Female monkeys are reluctant to follow the example of males even when they would obviously benefit from doing so, new research has found.
A study by st Andrew’s university established that even when males demonstrate superior methods of obtaining food, females would rather mimic each other’s techniques because of an innate distrust of the opposite sex.
The behavior, which the researches said, echoes some human traits,
rooted n the tendency of male vervet monkeys to roam between groups.
This leads females to believe, that males have poor local knowledge. they move around so much.
By contrast , male monkeys are happy to learn from whichever sex appears to be the more effective in a given situation, the study found.
” The explanation for the sex difference may be that females the important thing is to maintain close bonds with the other females they spend their whole lives with in the same group.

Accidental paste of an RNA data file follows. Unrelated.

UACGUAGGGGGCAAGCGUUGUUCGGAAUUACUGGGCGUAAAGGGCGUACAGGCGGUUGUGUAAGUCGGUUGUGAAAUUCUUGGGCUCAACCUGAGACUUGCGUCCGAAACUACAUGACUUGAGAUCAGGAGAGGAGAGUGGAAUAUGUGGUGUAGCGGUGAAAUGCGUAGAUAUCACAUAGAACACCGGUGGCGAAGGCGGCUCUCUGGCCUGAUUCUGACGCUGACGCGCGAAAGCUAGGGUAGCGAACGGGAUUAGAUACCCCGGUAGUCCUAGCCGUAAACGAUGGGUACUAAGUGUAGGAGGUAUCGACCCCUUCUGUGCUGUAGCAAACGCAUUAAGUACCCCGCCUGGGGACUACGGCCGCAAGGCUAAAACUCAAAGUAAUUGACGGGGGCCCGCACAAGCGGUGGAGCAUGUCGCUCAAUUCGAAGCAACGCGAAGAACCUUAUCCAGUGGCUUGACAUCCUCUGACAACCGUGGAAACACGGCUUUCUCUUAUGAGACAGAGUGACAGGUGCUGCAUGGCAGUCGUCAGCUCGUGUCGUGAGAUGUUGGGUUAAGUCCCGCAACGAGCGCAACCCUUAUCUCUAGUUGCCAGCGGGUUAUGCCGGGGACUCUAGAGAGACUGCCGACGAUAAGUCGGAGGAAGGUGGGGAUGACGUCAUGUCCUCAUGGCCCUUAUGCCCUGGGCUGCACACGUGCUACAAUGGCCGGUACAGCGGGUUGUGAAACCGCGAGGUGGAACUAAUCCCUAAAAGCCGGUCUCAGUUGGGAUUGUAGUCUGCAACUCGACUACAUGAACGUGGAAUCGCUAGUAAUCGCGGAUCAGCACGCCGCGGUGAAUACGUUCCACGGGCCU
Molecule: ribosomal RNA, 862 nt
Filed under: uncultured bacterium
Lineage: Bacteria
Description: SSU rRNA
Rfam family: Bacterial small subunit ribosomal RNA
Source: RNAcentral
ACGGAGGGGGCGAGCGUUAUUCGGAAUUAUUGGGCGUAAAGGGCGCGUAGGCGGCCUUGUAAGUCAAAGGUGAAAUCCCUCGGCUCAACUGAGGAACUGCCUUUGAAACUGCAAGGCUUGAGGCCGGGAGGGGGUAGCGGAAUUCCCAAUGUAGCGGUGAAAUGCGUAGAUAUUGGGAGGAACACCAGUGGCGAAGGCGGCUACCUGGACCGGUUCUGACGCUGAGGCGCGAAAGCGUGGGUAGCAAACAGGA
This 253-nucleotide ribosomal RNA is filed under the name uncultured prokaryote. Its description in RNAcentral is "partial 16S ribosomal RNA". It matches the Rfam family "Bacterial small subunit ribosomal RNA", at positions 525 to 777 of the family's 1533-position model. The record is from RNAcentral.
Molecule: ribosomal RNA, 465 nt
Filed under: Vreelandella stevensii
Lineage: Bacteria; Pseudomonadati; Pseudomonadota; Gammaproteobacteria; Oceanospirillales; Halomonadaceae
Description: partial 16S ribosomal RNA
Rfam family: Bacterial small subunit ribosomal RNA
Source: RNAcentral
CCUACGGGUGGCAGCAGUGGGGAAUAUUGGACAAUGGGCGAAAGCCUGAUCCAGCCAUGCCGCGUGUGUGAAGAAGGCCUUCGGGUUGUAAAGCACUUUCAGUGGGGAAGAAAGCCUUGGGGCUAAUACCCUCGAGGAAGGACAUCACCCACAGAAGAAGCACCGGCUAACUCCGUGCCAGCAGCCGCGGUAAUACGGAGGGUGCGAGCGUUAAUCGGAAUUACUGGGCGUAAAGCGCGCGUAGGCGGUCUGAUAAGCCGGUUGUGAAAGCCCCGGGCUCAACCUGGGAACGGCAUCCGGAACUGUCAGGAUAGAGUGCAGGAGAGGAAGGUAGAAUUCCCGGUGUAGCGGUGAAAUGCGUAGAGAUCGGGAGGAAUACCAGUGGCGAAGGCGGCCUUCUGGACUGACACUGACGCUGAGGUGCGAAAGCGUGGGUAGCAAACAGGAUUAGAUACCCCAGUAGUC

They may be less inclined to copy males, who are likely to have less reliable local knowledge.”
The experiment, published in the journal current Biology, involved an ” artificial fruit ” box that could be opened at either it’s black end or its white end, to extract a piece of apple.
If the dominant female approached, the researches could use a remote control. They ensure that she learned. she could get the apple only from one coloured end.
In the same way, the highest ranking males trained to the other end.
However, the researchers arranged it so these males now got five times more food than did the females.
The researches wanted to know whether the others in the group would follow their habitual preference to copy the females.. or would they now more flexible, and swayed by the greater success of the males.
The team found that males showed a significant tendency to copy the successful males rather than the usual preference to copy females.
But females in the group stuck to copying the female demonstrator, despte her relatively lower success.